NFL contracts are very different than MLB or NBA contracts. Most of those contracts are guaranteed (at least for injury) and you rarely see a holdout. Why? Simply, when the team honors the contract, so does the player.
I am not quite sure why fans seem to be critical of players and are quick to point out the athletes are millionaires. Yet, those fans defend the owners, who are billionaires? Let's face it, this is business. And, both the employers and employees are interested in making money while they can. While there are a few exceptions, NFL contracts generally favor the team. And, in any industry, when the other side eventually obtains greater leverage, you will see the other side attempt to re-negotiate terms. And, this is the crux of what happens in the NFL system.
This is especially true for athletes who sustain injuries. Unless the contract is specifically guaranteed for injury, the player can just be cut or forced to restructure. Consider the case of Mario Manningham last year after he was injured. If Manningham would not have restructured, he would have been cut by the 49ers. 49ers had the leverage and they used it against Manningham to get him to restructure. Nobody was telling the San Francisco 49ers to honor Manningham's contract when they forced him to restructure. So what gives?
Players almost never hold out when they have guaranteed money remaining on their deal. If the player has little or no guaranteed money and/or has outplayed his contract, the system allows players the ability to exercise his leverage and holdout. It is the nature of the NFL contract. We expect it from the team and it should not surprise us when a player decides to holdout.
Holdouts can be risky. Already, Boone and Davis have forfeited workout bonuses, and been fined for their minicamp absences. As long as a player understands and accepts the possible cost of a failed holdout, I see it as their choice. It is their career, not ours. The 49ers front office has a shrewd business side, so players willing to holdout must know what a holdout will entail.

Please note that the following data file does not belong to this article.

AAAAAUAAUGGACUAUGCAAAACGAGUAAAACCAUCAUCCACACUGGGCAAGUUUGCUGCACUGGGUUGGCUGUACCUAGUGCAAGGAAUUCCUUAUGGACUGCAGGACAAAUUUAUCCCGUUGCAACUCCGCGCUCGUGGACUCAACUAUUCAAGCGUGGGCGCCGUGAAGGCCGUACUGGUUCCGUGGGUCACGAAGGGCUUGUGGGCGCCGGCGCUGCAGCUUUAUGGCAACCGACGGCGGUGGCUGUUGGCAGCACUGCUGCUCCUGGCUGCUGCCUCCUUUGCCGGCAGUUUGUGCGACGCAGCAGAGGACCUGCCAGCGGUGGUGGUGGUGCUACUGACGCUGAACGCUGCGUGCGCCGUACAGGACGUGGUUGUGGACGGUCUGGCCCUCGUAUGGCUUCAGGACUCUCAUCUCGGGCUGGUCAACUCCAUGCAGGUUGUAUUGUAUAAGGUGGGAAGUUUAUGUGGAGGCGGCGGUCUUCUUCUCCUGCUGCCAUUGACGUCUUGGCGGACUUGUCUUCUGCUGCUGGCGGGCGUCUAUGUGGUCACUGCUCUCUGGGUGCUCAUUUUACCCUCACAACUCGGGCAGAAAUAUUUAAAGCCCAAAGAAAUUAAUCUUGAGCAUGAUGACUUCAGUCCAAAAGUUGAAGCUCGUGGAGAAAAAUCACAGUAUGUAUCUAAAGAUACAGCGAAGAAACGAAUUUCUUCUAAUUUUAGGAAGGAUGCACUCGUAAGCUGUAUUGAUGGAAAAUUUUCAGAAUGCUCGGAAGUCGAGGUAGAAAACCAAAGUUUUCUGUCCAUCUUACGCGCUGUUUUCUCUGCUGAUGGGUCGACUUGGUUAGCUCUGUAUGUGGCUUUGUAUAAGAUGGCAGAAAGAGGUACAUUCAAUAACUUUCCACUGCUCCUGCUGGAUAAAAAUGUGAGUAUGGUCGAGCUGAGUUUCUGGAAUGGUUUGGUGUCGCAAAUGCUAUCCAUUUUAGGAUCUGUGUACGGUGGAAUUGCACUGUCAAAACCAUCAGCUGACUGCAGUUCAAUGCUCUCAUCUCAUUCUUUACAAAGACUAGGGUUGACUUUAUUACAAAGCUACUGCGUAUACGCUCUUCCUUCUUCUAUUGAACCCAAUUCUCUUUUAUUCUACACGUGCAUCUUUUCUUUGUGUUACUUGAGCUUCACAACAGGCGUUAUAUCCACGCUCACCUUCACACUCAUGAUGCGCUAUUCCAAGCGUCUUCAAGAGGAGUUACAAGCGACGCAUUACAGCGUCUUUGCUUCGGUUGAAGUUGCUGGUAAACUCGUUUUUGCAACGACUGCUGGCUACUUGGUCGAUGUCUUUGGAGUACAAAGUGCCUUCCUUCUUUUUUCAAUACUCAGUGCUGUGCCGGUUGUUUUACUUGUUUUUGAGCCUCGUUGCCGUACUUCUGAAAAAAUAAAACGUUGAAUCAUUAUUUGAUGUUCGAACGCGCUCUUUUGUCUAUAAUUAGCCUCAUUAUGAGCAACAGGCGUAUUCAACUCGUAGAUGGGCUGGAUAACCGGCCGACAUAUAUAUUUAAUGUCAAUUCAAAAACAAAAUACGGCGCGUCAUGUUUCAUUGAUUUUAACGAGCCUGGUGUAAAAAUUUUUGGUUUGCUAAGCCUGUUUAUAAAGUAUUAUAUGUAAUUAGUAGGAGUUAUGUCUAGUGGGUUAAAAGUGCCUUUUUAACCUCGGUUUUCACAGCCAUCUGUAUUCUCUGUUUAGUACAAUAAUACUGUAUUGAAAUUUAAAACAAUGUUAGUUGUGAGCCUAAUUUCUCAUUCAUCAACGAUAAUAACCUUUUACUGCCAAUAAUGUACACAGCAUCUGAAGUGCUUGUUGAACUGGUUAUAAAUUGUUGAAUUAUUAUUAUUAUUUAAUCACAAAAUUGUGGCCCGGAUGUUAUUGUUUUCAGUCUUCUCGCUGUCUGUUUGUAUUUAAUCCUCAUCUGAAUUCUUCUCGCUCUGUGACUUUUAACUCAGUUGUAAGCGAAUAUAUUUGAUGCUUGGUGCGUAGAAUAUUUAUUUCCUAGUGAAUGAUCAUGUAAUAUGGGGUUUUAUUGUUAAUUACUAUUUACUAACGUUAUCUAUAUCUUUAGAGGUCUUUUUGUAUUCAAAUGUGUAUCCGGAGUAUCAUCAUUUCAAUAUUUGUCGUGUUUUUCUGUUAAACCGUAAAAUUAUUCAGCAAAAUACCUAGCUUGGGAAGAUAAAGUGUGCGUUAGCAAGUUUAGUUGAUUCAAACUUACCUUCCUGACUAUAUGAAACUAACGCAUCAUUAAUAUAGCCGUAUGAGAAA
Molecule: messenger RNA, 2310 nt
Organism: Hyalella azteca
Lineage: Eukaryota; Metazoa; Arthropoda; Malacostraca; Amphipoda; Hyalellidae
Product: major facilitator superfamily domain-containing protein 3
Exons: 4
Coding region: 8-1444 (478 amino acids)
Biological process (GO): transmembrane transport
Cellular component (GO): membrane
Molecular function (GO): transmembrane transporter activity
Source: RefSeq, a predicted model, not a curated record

At this juncture, I do not see the 49ers willing to even talk to these players until they report for camp. As was the case with Gore, before the team will engage in contract talks, the player was required to return to camp as a measure of good faith.
We do not know what Boone or Davis are demanding, so it is impossible to know if the 49ers would be willing to enter into contract talks. However, based on past holdouts, it is reasonable to assume the 49ers would require attendance at camp as a measure of good faith before attempting any type of resolution.
As it stands today, it looks as Boone is willing to take the holdout as far as it requires. Davis is clearly a key component to the 49ers offense and possesses some leverage. He could play the good soldier and hope that the 49ers treat him right. He could have another Pro Bowl season with more sprains and bruises, and hear whispers about how much tread is left on his tires. Or, he could choose to be fined $30,000 every day for his absence. In any scenario, it is the player who puts his career on the line. And, in the NFL, few players get rewarded for being nice guys.
The people who ultimately make their money are the ones who understand the business. But, if a player decides to hold out, he can't just do it for a few days or weeks. Players like Boone and Davis have to be willing to go all the way. And, fans should prepare ourselves for that possibility.
As for me, I do not have a problem with contract holdouts in the NFL. In a game where every play can be an athlete's last, and when a player can get cut at just about any time because an owner doesn't have to honor his end of the contract, I fully understand players doing the same -- pursuing what they believe they rightfully deserve.